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Agat-7. Introduction.

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Published on: 02/04/2012

After the trial project of the “UT-88′ computer, lets start with a much more serious project. We will design and build another Soviet computer – AGAT-7. In this case the DE1 board will be used only for prototyping – the computer will be built on its own board. So, lets see what this computer was.

Computer Agat-7

The manufacturing of the Agat-7 computer started in the USSR in 1984. In basic configuration it had following specifications:

  • CPU: 8-bit, 6502.
  • CPU frequency: 1 MHz.
  • Memory: ROM 2 Kbytes (for the system program); RAM 96 Kbytes, but can be expanded with additional cards.
  • System case had computer boards, power supply unit and one or two floppy-drives (140 Kbytes or 840 Kbytes). Its size was — 500×351×195 mm, weight — 8.7 kg. It required 220 volts power supply and had 60W power consumption.
  • External 74-keys keyboard. Its size 480×172×65 mm, weight — 1.1 kg.
  • Display: colour with 32 cm diagonal, based on TV sets «Shilyalis» or «Youth-404».
  • It supported two text modes (32 х 32 – 16 colours and 64 х 32 – b/w) and three graphic modes (16 colours 64 х 64 pixels and 128 х 128 pixels, and black&white 256 х 256 pixels)
  • The following matrix printers could be connected to the computer: D100 (Poland), CTI CPA-80, CPF-H80 (Japan), Epson FX-85, FX-800, LX-800 (Japan), SM6337, MS6313 (USSR).
  • Two one-axis game units were included with the computer.

 

It wasn’t a hobbiest conputer. It was very expensive for home users – 3,900 rubles, which is more than a half of a “LADA” car price in the Soviet Union at that time. Usialy it was supplied to schools and organisations where it achieved a lot of fans. As for me, the first time I tried Agat-7 was in the second half of 80’s in a computer club in Moscow. And it was the first computer in my life that I tried.

Agat-7 had a mother board and extension cards – very similar to modern computers. The motherboard has 7 slots numbered from 0 to 6. Slot 1 was always occupied by CPU module with 6502 processor and 32Kbytes of RAM.

Slot 0 could be used for so called “Cell 121” extension board. This board had its own RAM and video adapter with Apple-][+ graphic modes and allowed to launch programs and games from this computer on Agat-7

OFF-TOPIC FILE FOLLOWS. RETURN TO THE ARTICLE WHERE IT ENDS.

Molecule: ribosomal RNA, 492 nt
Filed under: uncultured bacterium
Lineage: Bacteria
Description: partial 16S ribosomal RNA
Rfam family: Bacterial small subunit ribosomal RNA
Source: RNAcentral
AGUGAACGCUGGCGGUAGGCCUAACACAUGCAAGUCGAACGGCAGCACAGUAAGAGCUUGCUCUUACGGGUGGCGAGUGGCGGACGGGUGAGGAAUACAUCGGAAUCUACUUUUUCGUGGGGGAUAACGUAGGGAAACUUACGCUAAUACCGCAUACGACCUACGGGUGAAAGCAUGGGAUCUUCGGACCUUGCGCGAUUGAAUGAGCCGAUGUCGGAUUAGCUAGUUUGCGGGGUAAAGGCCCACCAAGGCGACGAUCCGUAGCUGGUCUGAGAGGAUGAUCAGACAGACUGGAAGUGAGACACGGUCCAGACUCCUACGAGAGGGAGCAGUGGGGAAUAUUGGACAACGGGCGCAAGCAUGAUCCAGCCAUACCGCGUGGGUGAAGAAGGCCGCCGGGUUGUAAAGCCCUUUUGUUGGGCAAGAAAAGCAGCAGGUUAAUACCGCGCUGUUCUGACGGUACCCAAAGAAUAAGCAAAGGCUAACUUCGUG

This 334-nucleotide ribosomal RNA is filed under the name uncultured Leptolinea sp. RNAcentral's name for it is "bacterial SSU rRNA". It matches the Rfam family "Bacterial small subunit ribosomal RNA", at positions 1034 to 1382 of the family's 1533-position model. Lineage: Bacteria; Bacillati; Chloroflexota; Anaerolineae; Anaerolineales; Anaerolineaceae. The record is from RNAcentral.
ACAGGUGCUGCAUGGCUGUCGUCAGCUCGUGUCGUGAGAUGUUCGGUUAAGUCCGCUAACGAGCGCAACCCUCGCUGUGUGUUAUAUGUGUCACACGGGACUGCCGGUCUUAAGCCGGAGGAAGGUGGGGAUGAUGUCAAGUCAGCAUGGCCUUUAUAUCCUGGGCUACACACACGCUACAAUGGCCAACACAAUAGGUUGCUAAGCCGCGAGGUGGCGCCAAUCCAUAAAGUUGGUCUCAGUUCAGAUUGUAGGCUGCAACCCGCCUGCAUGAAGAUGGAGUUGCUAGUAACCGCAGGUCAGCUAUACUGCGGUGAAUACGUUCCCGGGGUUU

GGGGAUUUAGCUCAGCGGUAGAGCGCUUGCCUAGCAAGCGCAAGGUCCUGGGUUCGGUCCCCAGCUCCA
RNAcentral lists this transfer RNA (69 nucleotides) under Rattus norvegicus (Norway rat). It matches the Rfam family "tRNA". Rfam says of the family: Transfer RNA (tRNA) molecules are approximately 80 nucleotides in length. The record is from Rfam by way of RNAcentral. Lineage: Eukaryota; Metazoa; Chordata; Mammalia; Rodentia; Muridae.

32 Kbytes ROM emulation module usualy was installed in the slot 2, and extended 32 Kbytes RAM module – in the slot 4. So, all togeather with CPU module they made 96Kbytes of memory. These two boards were the same – the only difference was jumpers setup on them. ROM emulation mode allowed to use it as write protected memory. Also, it could replace computer setup program from ROM. It added quite a lot of flexibility to Agat-7.

140K floppy-drive controller normaly occuoied slot 3, while 840K floppy-drive – slot 5.

Slot 6 was could be used for other extension board. For instance, it could be a serial-parallel interface board which allowed the computer to communicate with other devises such as another computer, printer or even a mouse!

Also, Agat-7 had a speaker and a tape in/out port, which almost never had been used.

A Bulgarian clone of the 6502 processor (CM630) was most often used in Agat-7.

But interestingly, there was an early version of the computer that had a CPU module made only on descrete components, which were simulated 6502 CPU! This “CPU” was 30% slower than 6502 but had some additional instructions. It was done because of a shortage in 6502 compatable processors in USSR at that time.

Opposit to “UT-88”, there were a lot of programs for Agat-7. Also, some Apple-][ programs were adapted. I’m sure that there are a lot of people who would like to try this computer now. In case if enough interest to the project is expressed, a kit for DIY will be created.

Some more information about this computer you can find in Wikipedia.

In the next post we will discuss a concept of the computer, what it will include and what solutions will be used. See ya!

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